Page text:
When I began gobbling up early- to mid-century novels during high school, I was swept away to what I was convinced were better times. People spoke intelligently and ironed their pants and wrote passionate love letters, or so my beloved writers conveyed. I was born too late to have a fling with Fitzgerald or study under Salinger. It was the early 2000s and there was so much happening it seemed impossible to have an original thought — as an artist, writer, musician or just regular human. Maybe if I was born 50 years before, I thought, I might’ve had a chance at that.
I convinced myself I should have been born in the ’50s in order to fulfill all I should accomplish in a lifetime. I would be born to a tight-knit family in a cookie cutter community (not too different from my actual experience except, in my fantasy, my dad would always wear a suit and my mom would always cook pot roast). I’d spend my teens rebelling against said middle-class conformity just in time to be a free-loving hippie in the ’70s.
By the ’80s I’d have given into commercial, monetary needs and gotten some job in New York, wearing shoulder-padded suits and trying to get into Studio 54. At the time when I was actually born, I’d have settled down, gotten married and maybe even had children. It would have been perfect, if I could just go back in time.
I actually thought this was something that would have been possible. Like I was in Forrest Gump or something. In reality, my own parents didn’t even follow my imaginary life plan and they actually lived through these decades. It’s just not the common experience to relate to every social trend mentioned in the Popular Culture chapter of a history textbook.
But I know I’m not alone in my inexplicable nostalgia. I hear the same song from others, mostly young, all the time. We pick these gems that are supposed to represent a time period and we run with them, perhaps without considering the downside. In my historical fantasy I didn’t think about segregation and how some of my friends wouldn’t be allowed to attend the same school as me — or worse — that I’d be raised with bigotry myself. Odds are more than likely that I’d have fewer opportunities as a young person and a woman than I do today. It wouldn’t be all typewriters and original Beatles albums. Perhaps it’s not so much nostalgia for a time I didn’t experience, but a time that didn’t actually exist.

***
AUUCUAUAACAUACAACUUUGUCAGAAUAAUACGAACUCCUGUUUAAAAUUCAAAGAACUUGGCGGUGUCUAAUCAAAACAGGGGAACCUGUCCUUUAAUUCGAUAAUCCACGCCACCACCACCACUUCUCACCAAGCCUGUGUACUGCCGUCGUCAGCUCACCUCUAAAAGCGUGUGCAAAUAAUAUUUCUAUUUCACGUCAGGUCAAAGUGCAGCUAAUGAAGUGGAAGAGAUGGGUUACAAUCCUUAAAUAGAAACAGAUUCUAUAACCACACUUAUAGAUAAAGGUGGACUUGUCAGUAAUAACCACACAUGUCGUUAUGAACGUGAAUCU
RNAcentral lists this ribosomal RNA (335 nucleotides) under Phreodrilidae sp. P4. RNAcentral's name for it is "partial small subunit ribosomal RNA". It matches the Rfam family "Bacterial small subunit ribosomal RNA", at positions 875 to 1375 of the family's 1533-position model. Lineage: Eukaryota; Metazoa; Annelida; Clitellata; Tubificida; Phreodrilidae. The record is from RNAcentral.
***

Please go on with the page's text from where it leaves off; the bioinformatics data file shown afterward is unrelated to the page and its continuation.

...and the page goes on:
Because we’re on the brink of a presidential election, we, as spectating Americans, are supposed to evaluate the past four years. And according to the two suits grabbing for our attention, we should feel one of two ways: They were a disaster or they were really not that bad considering the circumstances. And while I may have whimsical ideas about the time before I was born, I have a pretty decent grasp on reality. I can’t give into trivializing a great chunk of my adult life to make one politician look better than the other.
We live in a pretty amazing time. I can use this space to write freely and honestly and my only concern is menial digital backlash. If we want to learn something we type a question in a magic box and the biggest challenge is making sure you’re checking your facts.
I refuse to look back on these last four years as a series of failures and accomplishments by some man I’ve never met in my life. And I don’t think future history books will look back on this decade as the fall of America, either. My generation’s kids will probably just read about iPods, reality shows, skinny jeans and other “vintage” things to obsess over.
CONTACT JAC KERN: firstname.lastname@example.org or @jackern